Unconscionable Maps

I’m making an intervention so site specific that it can only be made in the place where it’s going to exist. This project is called Unconscionable Maps and it’s name is taken from Jorge Luis Borges short story “On Exactitude in Science” where he writes about a fictional empire so adept at cartography that they are able to make a map of the exact size and dimensions of the Empire but when but when future generations lose interest in mapmaking the massive maps decay and litter the empire. Jean Baudrillard used Borge’s fable to illustrate what he saw as the inversion of the relationship between models (copies) and reality. He wrote in Simulacra and Simulations. “Today abstraction is no longer that of the map, the double, the mirror, or the concept. Simulation is no longer that of a territory, a referential being, or a substance. It is the generation by models of a real without origin or reality: a hyperreal. The territory no longer precedes the map, nor does it survive it. It is nevertheless the map that precedes the territory…”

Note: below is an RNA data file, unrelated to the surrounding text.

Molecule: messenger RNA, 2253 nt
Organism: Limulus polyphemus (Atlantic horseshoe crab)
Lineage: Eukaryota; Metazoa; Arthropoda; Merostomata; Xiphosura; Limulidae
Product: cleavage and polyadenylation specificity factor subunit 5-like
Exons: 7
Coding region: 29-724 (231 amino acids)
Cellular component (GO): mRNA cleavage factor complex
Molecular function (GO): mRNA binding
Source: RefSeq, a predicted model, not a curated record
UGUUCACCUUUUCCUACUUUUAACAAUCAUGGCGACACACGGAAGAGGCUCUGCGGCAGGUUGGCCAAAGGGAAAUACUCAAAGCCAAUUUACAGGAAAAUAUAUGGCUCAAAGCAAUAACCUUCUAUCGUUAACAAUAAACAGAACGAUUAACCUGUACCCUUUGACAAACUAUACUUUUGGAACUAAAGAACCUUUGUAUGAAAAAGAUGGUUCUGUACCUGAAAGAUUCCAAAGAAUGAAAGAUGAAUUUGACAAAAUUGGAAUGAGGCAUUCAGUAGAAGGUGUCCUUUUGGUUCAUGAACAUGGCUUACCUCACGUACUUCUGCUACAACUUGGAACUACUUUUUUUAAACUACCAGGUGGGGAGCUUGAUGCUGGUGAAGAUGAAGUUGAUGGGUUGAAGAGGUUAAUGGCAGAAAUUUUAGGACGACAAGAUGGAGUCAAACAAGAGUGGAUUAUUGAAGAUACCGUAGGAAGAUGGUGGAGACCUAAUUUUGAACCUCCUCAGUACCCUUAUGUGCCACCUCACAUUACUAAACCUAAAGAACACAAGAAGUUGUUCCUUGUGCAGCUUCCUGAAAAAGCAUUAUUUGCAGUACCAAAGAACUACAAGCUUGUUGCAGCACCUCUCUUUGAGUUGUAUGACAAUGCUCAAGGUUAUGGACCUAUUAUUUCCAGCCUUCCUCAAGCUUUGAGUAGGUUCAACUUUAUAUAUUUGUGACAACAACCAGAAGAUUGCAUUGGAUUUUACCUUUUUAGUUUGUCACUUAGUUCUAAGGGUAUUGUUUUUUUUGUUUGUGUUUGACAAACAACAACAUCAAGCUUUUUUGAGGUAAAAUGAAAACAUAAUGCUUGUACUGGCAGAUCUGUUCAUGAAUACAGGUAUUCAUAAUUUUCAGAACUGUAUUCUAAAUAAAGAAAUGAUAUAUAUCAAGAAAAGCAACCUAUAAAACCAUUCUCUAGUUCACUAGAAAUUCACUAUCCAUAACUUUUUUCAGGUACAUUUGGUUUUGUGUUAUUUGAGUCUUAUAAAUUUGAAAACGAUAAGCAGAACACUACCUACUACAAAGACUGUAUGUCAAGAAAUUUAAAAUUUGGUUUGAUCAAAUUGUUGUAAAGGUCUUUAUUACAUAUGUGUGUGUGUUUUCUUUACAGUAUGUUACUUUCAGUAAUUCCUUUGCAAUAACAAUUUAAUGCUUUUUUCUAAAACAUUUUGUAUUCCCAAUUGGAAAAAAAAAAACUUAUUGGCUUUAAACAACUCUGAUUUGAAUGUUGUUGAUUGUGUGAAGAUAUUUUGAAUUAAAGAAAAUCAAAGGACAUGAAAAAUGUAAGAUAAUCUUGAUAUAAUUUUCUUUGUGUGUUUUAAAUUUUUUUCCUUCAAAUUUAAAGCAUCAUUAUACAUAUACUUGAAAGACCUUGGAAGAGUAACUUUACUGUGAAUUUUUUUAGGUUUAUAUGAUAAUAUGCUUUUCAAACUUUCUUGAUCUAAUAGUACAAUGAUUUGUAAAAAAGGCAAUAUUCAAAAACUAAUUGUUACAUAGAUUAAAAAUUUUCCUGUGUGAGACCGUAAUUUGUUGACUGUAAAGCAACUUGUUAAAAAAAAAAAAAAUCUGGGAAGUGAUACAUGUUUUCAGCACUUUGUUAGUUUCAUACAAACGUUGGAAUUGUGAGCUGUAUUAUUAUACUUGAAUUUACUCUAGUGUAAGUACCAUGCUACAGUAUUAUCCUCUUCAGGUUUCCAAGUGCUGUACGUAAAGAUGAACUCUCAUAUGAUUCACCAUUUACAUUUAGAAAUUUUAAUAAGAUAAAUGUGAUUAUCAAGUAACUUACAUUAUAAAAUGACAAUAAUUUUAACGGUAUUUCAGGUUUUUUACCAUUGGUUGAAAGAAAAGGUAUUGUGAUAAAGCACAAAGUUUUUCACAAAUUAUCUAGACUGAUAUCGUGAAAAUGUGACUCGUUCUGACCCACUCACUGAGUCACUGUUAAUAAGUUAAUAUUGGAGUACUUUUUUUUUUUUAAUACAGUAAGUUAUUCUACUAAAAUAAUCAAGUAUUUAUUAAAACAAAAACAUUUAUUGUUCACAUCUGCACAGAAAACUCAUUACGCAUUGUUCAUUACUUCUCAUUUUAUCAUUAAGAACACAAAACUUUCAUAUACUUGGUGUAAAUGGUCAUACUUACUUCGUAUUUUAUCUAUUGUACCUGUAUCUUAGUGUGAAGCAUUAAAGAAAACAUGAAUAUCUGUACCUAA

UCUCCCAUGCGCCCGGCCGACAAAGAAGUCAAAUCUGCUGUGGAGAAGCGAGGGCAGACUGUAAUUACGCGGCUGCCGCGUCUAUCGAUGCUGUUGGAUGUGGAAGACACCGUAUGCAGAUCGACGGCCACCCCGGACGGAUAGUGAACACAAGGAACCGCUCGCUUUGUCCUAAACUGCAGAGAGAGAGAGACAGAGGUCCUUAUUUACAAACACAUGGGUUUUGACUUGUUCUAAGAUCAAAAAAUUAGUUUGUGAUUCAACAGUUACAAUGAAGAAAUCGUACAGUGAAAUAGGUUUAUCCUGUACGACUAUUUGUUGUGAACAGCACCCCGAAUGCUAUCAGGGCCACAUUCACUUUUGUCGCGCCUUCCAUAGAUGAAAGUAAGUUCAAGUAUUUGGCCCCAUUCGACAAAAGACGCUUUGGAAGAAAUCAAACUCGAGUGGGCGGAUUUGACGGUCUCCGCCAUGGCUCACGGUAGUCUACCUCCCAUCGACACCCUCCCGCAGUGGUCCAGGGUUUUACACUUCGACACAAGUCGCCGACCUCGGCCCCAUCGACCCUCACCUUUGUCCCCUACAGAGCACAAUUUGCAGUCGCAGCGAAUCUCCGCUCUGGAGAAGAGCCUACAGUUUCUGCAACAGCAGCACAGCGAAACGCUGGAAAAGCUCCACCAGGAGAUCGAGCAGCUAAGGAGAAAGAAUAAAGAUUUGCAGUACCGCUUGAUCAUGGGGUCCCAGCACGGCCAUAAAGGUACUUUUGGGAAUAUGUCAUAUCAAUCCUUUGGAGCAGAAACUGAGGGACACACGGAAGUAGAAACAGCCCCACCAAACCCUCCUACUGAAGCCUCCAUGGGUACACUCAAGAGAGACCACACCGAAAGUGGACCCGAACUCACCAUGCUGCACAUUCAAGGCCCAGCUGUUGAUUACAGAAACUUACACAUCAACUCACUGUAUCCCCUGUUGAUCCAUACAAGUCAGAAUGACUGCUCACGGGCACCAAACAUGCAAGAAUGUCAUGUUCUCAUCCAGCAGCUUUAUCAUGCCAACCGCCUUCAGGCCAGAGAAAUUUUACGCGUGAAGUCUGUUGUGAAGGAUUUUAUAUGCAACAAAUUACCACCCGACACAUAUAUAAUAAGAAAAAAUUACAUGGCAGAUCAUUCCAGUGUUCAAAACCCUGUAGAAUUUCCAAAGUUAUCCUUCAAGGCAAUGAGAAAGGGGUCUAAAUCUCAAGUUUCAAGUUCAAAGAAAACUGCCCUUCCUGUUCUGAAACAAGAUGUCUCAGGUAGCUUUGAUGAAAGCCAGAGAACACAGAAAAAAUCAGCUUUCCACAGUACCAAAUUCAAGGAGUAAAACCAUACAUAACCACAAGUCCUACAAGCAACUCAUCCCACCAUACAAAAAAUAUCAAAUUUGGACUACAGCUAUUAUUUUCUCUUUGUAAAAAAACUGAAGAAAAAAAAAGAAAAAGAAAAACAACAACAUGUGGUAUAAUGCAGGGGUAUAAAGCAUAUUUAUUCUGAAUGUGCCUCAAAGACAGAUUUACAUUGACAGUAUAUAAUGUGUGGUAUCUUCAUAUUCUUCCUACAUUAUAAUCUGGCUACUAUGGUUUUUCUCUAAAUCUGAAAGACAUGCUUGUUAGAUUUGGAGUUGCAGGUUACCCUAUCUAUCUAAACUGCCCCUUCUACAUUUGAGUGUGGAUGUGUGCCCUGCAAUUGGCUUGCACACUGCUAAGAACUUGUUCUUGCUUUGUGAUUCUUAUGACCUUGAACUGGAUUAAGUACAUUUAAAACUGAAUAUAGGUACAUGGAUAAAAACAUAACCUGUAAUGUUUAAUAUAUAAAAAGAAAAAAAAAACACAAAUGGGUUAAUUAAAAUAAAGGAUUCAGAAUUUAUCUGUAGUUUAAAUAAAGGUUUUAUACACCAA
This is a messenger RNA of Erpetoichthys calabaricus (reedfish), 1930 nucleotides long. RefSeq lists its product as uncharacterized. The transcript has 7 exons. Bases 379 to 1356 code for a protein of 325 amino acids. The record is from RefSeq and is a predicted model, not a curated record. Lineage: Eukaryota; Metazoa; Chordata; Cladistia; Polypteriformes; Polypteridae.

I photograph aspects of the space, usually something unremarkable, print them to a 1:1 scale.  The exact size. I make alterations and adjustments and introduce them into the space. Depending on the intervention I may photograph them again and these confounding layers of simulacra create a trompe-l'œil but that still leaves confusion about authenticity of the iterations.